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Edwards v. Williams

United States District Court, W.D. Wisconsin

July 13, 2016

ALBERT EDWARDS, Petitioner,
v.
LOUIS WILLIAMS, Respondent.

          OPINION & ORDER

          JAMES D. PETERSON, District Judge.

         Petitioner Albert Edwards is a pro se prisoner in the custody of the federal Bureau of Prisons. Petitioner seeks a writ of habeas corpus pursuant to 28 U.S.C. § 2241, challenging his 1994 conviction in the United States District Court for the Northern District of Illinois. Petitioner contends that he should not have received an enhanced sentence as a career offender under the United States Sentencing Guidelines. I conclude that petitioner cannot proceed with this claim under § 2241, and so I will dismiss his petition.

         BACKGROUND

         I draw the following background from the petition and from publicly available information about petitioner’s underlying criminal convictions.

         Petitioner is serving a term of 440 months of imprisonment. He is currently incarcerated at FCI-Oxford, which is within the Western District of Wisconsin.

         In 1993, the United States charged petitioner and three other defendants with conspiracy to distribute cocaine base and using firearms in relation to a drug trafficking offense. Petitioner proceeded to trial, and a jury ultimately convicted him on both counts.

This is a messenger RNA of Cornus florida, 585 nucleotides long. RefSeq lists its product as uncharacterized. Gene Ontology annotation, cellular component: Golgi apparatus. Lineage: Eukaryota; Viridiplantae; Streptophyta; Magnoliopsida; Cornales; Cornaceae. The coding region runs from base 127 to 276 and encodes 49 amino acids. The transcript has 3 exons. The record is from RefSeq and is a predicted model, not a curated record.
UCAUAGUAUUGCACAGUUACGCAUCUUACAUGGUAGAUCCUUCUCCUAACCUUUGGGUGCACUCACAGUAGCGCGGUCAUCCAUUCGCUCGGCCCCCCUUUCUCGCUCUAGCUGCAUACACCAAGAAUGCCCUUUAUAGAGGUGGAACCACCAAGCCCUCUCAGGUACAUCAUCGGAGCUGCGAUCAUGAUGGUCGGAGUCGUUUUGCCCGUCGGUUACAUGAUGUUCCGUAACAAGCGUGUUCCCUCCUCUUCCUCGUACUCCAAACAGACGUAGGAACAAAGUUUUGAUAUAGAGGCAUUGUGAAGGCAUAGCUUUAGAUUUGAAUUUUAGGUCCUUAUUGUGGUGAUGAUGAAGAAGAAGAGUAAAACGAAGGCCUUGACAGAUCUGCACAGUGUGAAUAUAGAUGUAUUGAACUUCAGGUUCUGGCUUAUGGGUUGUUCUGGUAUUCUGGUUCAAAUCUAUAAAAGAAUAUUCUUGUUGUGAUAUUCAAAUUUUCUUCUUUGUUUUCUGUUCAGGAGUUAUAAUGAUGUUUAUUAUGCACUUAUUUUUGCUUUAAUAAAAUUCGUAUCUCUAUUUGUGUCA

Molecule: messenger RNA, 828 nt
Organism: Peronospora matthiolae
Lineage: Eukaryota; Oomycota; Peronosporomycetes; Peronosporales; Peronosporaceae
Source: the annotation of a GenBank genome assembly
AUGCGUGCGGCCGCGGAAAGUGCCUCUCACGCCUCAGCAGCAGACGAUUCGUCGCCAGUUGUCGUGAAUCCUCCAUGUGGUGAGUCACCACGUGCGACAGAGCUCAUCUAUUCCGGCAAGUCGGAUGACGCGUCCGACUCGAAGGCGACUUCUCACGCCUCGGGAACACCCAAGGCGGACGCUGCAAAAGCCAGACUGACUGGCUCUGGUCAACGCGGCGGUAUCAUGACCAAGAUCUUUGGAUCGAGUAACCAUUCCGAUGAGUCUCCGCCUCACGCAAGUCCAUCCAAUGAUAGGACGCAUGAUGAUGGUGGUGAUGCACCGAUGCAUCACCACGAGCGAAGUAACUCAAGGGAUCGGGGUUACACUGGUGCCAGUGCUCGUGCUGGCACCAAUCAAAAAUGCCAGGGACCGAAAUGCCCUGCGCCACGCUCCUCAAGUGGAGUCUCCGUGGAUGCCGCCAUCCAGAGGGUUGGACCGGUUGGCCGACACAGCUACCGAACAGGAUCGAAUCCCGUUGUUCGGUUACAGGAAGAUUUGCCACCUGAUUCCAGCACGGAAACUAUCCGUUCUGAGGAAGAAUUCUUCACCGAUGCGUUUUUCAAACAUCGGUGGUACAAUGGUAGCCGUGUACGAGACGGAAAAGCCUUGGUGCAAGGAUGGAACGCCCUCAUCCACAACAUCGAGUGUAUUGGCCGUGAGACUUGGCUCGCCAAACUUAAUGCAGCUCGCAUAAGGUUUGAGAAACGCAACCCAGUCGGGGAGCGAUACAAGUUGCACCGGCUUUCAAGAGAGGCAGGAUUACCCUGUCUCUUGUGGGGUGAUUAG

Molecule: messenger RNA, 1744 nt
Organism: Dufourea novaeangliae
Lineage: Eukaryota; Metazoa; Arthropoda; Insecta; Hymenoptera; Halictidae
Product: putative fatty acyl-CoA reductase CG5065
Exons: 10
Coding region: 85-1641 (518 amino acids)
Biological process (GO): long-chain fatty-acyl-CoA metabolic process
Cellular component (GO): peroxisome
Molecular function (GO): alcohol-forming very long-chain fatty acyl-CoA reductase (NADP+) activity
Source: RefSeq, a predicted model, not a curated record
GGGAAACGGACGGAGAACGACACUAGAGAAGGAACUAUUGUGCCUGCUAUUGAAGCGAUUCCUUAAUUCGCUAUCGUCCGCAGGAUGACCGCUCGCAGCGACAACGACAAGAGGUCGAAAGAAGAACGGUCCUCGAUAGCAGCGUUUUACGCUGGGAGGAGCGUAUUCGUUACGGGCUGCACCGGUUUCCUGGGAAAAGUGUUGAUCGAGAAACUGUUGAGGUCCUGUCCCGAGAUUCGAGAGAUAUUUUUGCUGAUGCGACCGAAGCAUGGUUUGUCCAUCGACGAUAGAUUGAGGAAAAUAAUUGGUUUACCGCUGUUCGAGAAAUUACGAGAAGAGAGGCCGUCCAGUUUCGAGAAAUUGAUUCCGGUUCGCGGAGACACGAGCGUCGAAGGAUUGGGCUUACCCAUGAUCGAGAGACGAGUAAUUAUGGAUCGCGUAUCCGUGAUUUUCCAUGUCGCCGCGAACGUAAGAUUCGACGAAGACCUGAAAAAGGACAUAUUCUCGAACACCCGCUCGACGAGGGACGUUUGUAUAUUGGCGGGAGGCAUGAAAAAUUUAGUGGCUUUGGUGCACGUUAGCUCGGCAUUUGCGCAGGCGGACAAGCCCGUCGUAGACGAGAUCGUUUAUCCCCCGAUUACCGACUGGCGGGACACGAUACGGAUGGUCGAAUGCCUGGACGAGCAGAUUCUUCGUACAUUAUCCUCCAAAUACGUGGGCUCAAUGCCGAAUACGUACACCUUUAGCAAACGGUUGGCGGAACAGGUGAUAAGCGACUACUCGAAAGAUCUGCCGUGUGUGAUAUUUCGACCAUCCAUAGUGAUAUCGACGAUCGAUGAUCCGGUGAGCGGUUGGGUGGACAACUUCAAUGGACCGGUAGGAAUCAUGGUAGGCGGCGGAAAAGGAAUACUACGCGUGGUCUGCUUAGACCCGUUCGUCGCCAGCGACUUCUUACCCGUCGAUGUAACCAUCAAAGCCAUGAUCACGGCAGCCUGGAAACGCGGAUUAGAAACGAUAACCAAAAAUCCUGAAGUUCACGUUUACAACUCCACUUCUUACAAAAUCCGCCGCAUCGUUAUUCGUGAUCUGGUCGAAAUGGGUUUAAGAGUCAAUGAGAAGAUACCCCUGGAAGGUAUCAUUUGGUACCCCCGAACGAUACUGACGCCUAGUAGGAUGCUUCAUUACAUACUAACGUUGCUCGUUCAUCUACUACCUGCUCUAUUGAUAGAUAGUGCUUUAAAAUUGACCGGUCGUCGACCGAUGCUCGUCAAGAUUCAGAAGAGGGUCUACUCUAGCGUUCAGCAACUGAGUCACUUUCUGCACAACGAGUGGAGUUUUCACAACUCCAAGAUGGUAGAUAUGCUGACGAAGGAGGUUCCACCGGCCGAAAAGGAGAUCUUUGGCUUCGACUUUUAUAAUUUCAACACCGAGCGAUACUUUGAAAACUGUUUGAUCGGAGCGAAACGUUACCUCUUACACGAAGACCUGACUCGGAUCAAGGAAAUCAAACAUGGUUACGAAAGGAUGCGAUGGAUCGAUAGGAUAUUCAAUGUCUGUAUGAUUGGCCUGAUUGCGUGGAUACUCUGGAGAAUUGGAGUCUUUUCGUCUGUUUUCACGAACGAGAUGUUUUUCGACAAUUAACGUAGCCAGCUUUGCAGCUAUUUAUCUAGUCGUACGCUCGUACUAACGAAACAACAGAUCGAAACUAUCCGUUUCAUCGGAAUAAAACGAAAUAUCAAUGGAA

After trial, the sentencing court concluded that petitioner was a career offender. That enhancement is the subject of this petition. Petitioner had three qualifying predicate convictions-two relating to controlled substances and one relating to mob activity-any two of which would have qualified him as a career offender pursuant to USSG § 4B1.1. The guideline range for petitioner’s conspiracy charge was 360 months to life, and the sentencing court sentenced him to 380 months of imprisonment for this charge. The sentencing court also sentenced petitioner to a mandatory consecutive term of 60 months of imprisonment on the charge of using a firearm in relation to a drug trafficking offense.

         Petitioner appealed, challenging only an evidentiary ruling. The Seventh Circuit affirmed petitioner’s conviction on January 20, 1995.

         Since petitioner began serving his sentence, he has filed several postconviction motions in the Northern District of Illinois.[1] On May 7, 1997, petitioner filed a motion to vacate his sentence, pursuant to 28 U.S.C. § 2255. The court denied petitioner’s motion, and he appealed. The Seventh Circuit denied petitioner’s request for a certificate of appealability. On August 11, 2009, petitioner filed another motion to vacate his sentence, pursuant to § 2255. The court dismissed the petition for lack of jurisdiction, concluding that it was an unauthorized second or successive § 2255 petition. On February 24, 2016, petitioner filed a third motion to vacate his sentence, pursuant to § 2255. The petition invoked Johnson v. United States, 135 S.Ct. 2551 (2015), and so the court referred the case to the Federal Defender. After the Federal Defender withdrew, petitioner filed a brief on the merits of his petition, and the United States filed a reply. The court ultimately dismissed the petition for lack of jurisdiction, concluding that it was an unauthorized second or successive § 2255 petition.